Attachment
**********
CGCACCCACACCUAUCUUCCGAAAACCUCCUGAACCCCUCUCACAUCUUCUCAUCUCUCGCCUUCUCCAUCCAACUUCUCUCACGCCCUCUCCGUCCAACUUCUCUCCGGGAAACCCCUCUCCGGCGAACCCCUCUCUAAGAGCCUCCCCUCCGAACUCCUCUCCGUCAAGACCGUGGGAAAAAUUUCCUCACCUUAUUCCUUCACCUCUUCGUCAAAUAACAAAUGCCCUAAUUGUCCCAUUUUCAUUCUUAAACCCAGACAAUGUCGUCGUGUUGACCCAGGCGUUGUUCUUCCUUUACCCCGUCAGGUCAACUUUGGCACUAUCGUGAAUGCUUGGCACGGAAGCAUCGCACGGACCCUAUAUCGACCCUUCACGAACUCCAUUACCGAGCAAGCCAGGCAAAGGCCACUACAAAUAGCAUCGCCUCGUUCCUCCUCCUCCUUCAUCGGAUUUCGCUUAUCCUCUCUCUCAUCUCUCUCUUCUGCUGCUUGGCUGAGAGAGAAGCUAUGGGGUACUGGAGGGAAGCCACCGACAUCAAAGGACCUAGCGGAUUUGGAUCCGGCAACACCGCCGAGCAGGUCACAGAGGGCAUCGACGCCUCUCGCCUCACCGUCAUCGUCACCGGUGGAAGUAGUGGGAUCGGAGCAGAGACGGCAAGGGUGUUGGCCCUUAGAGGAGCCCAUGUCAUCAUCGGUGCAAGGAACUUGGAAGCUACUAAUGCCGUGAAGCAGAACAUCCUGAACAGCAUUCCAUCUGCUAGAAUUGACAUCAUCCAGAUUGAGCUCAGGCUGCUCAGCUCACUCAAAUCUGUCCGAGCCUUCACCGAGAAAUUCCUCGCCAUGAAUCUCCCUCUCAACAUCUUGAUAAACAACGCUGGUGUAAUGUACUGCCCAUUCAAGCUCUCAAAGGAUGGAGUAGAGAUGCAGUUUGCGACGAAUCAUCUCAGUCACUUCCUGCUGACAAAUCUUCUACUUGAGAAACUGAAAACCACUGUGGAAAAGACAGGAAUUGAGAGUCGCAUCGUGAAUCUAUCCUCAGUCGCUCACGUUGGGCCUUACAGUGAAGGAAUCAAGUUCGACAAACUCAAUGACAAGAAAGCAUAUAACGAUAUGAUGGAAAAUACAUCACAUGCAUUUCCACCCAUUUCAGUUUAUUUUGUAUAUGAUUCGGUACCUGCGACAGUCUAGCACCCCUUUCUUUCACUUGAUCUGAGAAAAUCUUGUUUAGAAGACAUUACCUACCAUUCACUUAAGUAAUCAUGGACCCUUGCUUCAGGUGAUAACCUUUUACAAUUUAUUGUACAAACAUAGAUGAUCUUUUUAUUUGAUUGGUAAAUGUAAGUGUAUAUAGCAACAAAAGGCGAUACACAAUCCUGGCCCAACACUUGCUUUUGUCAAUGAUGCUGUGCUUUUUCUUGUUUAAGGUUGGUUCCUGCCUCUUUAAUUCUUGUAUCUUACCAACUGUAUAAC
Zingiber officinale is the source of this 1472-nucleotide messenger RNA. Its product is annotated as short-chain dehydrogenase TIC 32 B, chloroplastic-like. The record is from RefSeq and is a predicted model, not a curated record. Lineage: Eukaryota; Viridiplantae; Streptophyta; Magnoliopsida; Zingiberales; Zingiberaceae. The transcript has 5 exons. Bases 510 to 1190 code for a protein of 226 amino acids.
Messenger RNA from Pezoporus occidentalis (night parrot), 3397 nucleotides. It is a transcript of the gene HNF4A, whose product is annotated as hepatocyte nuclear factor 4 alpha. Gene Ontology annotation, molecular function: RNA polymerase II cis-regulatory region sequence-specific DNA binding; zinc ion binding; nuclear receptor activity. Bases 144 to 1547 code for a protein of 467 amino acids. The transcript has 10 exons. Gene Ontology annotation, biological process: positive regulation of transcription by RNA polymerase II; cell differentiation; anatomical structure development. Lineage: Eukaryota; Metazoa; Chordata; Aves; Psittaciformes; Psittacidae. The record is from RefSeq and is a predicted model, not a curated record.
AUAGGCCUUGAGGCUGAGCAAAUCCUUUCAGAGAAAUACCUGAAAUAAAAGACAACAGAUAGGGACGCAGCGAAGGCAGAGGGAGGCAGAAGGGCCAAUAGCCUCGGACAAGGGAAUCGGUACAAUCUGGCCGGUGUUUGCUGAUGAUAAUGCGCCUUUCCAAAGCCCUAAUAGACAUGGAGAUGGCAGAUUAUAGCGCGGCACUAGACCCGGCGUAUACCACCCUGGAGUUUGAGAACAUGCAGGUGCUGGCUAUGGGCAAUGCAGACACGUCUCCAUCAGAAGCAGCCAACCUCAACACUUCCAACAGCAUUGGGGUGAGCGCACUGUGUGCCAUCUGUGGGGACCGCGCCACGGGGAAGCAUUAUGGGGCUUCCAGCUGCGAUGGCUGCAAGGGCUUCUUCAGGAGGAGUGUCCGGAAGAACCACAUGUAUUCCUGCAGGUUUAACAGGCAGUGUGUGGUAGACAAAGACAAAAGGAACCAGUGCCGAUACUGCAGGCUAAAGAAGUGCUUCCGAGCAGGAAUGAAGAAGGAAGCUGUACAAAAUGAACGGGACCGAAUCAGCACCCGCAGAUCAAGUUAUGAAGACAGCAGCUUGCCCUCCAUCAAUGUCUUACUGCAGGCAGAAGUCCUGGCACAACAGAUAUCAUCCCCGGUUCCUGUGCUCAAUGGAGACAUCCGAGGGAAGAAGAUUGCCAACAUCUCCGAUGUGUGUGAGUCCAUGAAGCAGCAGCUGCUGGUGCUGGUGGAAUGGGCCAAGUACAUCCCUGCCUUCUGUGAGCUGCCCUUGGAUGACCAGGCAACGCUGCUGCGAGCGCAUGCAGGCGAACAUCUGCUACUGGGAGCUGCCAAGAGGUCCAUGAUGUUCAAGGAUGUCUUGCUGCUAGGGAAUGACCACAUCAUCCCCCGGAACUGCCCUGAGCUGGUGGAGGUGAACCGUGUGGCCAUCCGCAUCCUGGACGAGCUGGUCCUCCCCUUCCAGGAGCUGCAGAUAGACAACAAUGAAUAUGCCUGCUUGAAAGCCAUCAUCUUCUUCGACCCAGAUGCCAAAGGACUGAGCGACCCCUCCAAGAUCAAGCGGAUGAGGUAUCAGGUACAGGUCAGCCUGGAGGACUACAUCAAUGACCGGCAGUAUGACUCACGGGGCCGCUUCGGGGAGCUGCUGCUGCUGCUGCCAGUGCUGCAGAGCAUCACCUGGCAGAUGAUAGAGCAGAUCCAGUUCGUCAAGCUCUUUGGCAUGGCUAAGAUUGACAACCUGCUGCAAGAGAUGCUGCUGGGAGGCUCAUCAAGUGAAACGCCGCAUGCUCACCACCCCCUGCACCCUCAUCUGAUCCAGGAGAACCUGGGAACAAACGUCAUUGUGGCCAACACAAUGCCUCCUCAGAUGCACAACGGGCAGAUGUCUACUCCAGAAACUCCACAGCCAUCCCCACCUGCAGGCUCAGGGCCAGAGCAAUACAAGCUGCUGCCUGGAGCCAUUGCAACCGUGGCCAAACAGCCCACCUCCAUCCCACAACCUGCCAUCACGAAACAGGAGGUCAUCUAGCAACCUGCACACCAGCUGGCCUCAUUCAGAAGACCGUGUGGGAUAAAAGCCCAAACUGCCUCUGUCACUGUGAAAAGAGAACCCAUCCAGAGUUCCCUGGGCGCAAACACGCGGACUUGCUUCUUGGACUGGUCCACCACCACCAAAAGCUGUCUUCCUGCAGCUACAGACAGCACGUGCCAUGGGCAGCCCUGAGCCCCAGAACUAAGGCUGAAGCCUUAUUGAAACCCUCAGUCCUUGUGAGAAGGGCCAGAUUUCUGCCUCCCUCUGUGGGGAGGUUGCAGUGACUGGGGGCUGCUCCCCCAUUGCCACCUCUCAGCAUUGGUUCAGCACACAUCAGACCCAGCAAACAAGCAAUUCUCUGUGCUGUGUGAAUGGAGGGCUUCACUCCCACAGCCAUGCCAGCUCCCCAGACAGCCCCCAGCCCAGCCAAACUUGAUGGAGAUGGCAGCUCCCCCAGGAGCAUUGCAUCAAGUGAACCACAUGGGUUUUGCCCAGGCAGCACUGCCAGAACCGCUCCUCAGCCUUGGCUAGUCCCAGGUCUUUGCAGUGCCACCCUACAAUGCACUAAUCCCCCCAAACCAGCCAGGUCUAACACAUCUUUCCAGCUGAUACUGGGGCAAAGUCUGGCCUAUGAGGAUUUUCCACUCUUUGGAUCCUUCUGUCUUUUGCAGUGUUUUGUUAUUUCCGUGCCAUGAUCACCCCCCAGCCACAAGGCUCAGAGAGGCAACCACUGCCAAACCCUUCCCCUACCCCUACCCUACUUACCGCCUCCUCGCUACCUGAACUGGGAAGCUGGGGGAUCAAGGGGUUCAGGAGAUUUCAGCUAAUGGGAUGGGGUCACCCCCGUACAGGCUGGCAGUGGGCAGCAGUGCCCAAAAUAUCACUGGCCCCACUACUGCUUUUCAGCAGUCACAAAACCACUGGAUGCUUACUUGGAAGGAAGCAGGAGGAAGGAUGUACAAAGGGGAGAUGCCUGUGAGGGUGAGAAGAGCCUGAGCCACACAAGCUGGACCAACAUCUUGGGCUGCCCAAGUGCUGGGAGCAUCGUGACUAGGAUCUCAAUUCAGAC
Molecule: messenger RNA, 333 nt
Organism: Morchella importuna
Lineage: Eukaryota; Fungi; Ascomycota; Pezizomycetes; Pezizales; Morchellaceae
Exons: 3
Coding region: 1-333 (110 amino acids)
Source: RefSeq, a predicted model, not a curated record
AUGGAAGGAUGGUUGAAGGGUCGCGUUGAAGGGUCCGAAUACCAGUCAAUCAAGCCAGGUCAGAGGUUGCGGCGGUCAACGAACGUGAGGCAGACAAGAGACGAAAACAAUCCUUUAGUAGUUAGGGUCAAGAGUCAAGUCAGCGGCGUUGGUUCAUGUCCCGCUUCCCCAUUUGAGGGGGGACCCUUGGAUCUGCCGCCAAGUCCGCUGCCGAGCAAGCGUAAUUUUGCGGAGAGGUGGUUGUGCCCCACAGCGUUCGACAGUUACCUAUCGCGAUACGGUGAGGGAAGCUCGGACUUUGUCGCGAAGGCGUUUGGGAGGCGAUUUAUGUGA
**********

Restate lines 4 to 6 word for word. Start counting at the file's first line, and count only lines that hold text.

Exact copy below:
AUAGGCCUUGAGGCUGAGCAAAUCCUUUCAGAGAAAUACCUGAAAUAAAAGACAACAGAUAGGGACGCAGCGAAGGCAGAGGGAGGCAGAAGGGCCAAUAGCCUCGGACAAGGGAAUCGGUACAAUCUGGCCGGUGUUUGCUGAUGAUAAUGCGCCUUUCCAAAGCCCUAAUAGACAUGGAGAUGGCAGAUUAUAGCGCGGCACUAGACCCGGCGUAUACCACCCUGGAGUUUGAGAACAUGCAGGUGCUGGCUAUGGGCAAUGCAGACACGUCUCCAUCAGAAGCAGCCAACCUCAACACUUCCAACAGCAUUGGGGUGAGCGCACUGUGUGCCAUCUGUGGGGACCGCGCCACGGGGAAGCAUUAUGGGGCUUCCAGCUGCGAUGGCUGCAAGGGCUUCUUCAGGAGGAGUGUCCGGAAGAACCACAUGUAUUCCUGCAGGUUUAACAGGCAGUGUGUGGUAGACAAAGACAAAAGGAACCAGUGCCGAUACUGCAGGCUAAAGAAGUGCUUCCGAGCAGGAAUGAAGAAGGAAGCUGUACAAAAUGAACGGGACCGAAUCAGCACCCGCAGAUCAAGUUAUGAAGACAGCAGCUUGCCCUCCAUCAAUGUCUUACUGCAGGCAGAAGUCCUGGCACAACAGAUAUCAUCCCCGGUUCCUGUGCUCAAUGGAGACAUCCGAGGGAAGAAGAUUGCCAACAUCUCCGAUGUGUGUGAGUCCAUGAAGCAGCAGCUGCUGGUGCUGGUGGAAUGGGCCAAGUACAUCCCUGCCUUCUGUGAGCUGCCCUUGGAUGACCAGGCAACGCUGCUGCGAGCGCAUGCAGGCGAACAUCUGCUACUGGGAGCUGCCAAGAGGUCCAUGAUGUUCAAGGAUGUCUUGCUGCUAGGGAAUGACCACAUCAUCCCCCGGAACUGCCCUGAGCUGGUGGAGGUGAACCGUGUGGCCAUCCGCAUCCUGGACGAGCUGGUCCUCCCCUUCCAGGAGCUGCAGAUAGACAACAAUGAAUAUGCCUGCUUGAAAGCCAUCAUCUUCUUCGACCCAGAUGCCAAAGGACUGAGCGACCCCUCCAAGAUCAAGCGGAUGAGGUAUCAGGUACAGGUCAGCCUGGAGGACUACAUCAAUGACCGGCAGUAUGACUCACGGGGCCGCUUCGGGGAGCUGCUGCUGCUGCUGCCAGUGCUGCAGAGCAUCACCUGGCAGAUGAUAGAGCAGAUCCAGUUCGUCAAGCUCUUUGGCAUGGCUAAGAUUGACAACCUGCUGCAAGAGAUGCUGCUGGGAGGCUCAUCAAGUGAAACGCCGCAUGCUCACCACCCCCUGCACCCUCAUCUGAUCCAGGAGAACCUGGGAACAAACGUCAUUGUGGCCAACACAAUGCCUCCUCAGAUGCACAACGGGCAGAUGUCUACUCCAGAAACUCCACAGCCAUCCCCACCUGCAGGCUCAGGGCCAGAGCAAUACAAGCUGCUGCCUGGAGCCAUUGCAACCGUGGCCAAACAGCCCACCUCCAUCCCACAACCUGCCAUCACGAAACAGGAGGUCAUCUAGCAACCUGCACACCAGCUGGCCUCAUUCAGAAGACCGUGUGGGAUAAAAGCCCAAACUGCCUCUGUCACUGUGAAAAGAGAACCCAUCCAGAGUUCCCUGGGCGCAAACACGCGGACUUGCUUCUUGGACUGGUCCACCACCACCAAAAGCUGUCUUCCUGCAGCUACAGACAGCACGUGCCAUGGGCAGCCCUGAGCCCCAGAACUAAGGCUGAAGCCUUAUUGAAACCCUCAGUCCUUGUGAGAAGGGCCAGAUUUCUGCCUCCCUCUGUGGGGAGGUUGCAGUGACUGGGGGCUGCUCCCCCAUUGCCACCUCUCAGCAUUGGUUCAGCACACAUCAGACCCAGCAAACAAGCAAUUCUCUGUGCUGUGUGAAUGGAGGGCUUCACUCCCACAGCCAUGCCAGCUCCCCAGACAGCCCCCAGCCCAGCCAAACUUGAUGGAGAUGGCAGCUCCCCCAGGAGCAUUGCAUCAAGUGAACCACAUGGGUUUUGCCCAGGCAGCACUGCCAGAACCGCUCCUCAGCCUUGGCUAGUCCCAGGUCUUUGCAGUGCCACCCUACAAUGCACUAAUCCCCCCAAACCAGCCAGGUCUAACACAUCUUUCCAGCUGAUACUGGGGCAAAGUCUGGCCUAUGAGGAUUUUCCACUCUUUGGAUCCUUCUGUCUUUUGCAGUGUUUUGUUAUUUCCGUGCCAUGAUCACCCCCCAGCCACAAGGCUCAGAGAGGCAACCACUGCCAAACCCUUCCCCUACCCCUACCCUACUUACCGCCUCCUCGCUACCUGAACUGGGAAGCUGGGGGAUCAAGGGGUUCAGGAGAUUUCAGCUAAUGGGAUGGGGUCACCCCCGUACAGGCUGGCAGUGGGCAGCAGUGCCCAAAAUAUCACUGGCCCCACUACUGCUUUUCAGCAGUCACAAAACCACUGGAUGCUUACUUGGAAGGAAGCAGGAGGAAGGAUGUACAAAGGGGAGAUGCCUGUGAGGGUGAGAAGAGCCUGAGCCACACAAGCUGGACCAACAUCUUGGGCUGCCCAAGUGCUGGGAGCAUCGUGACUAGGAUCUCAAUUCAGAC
Molecule: messenger RNA, 333 nt
Organism: Morchella importuna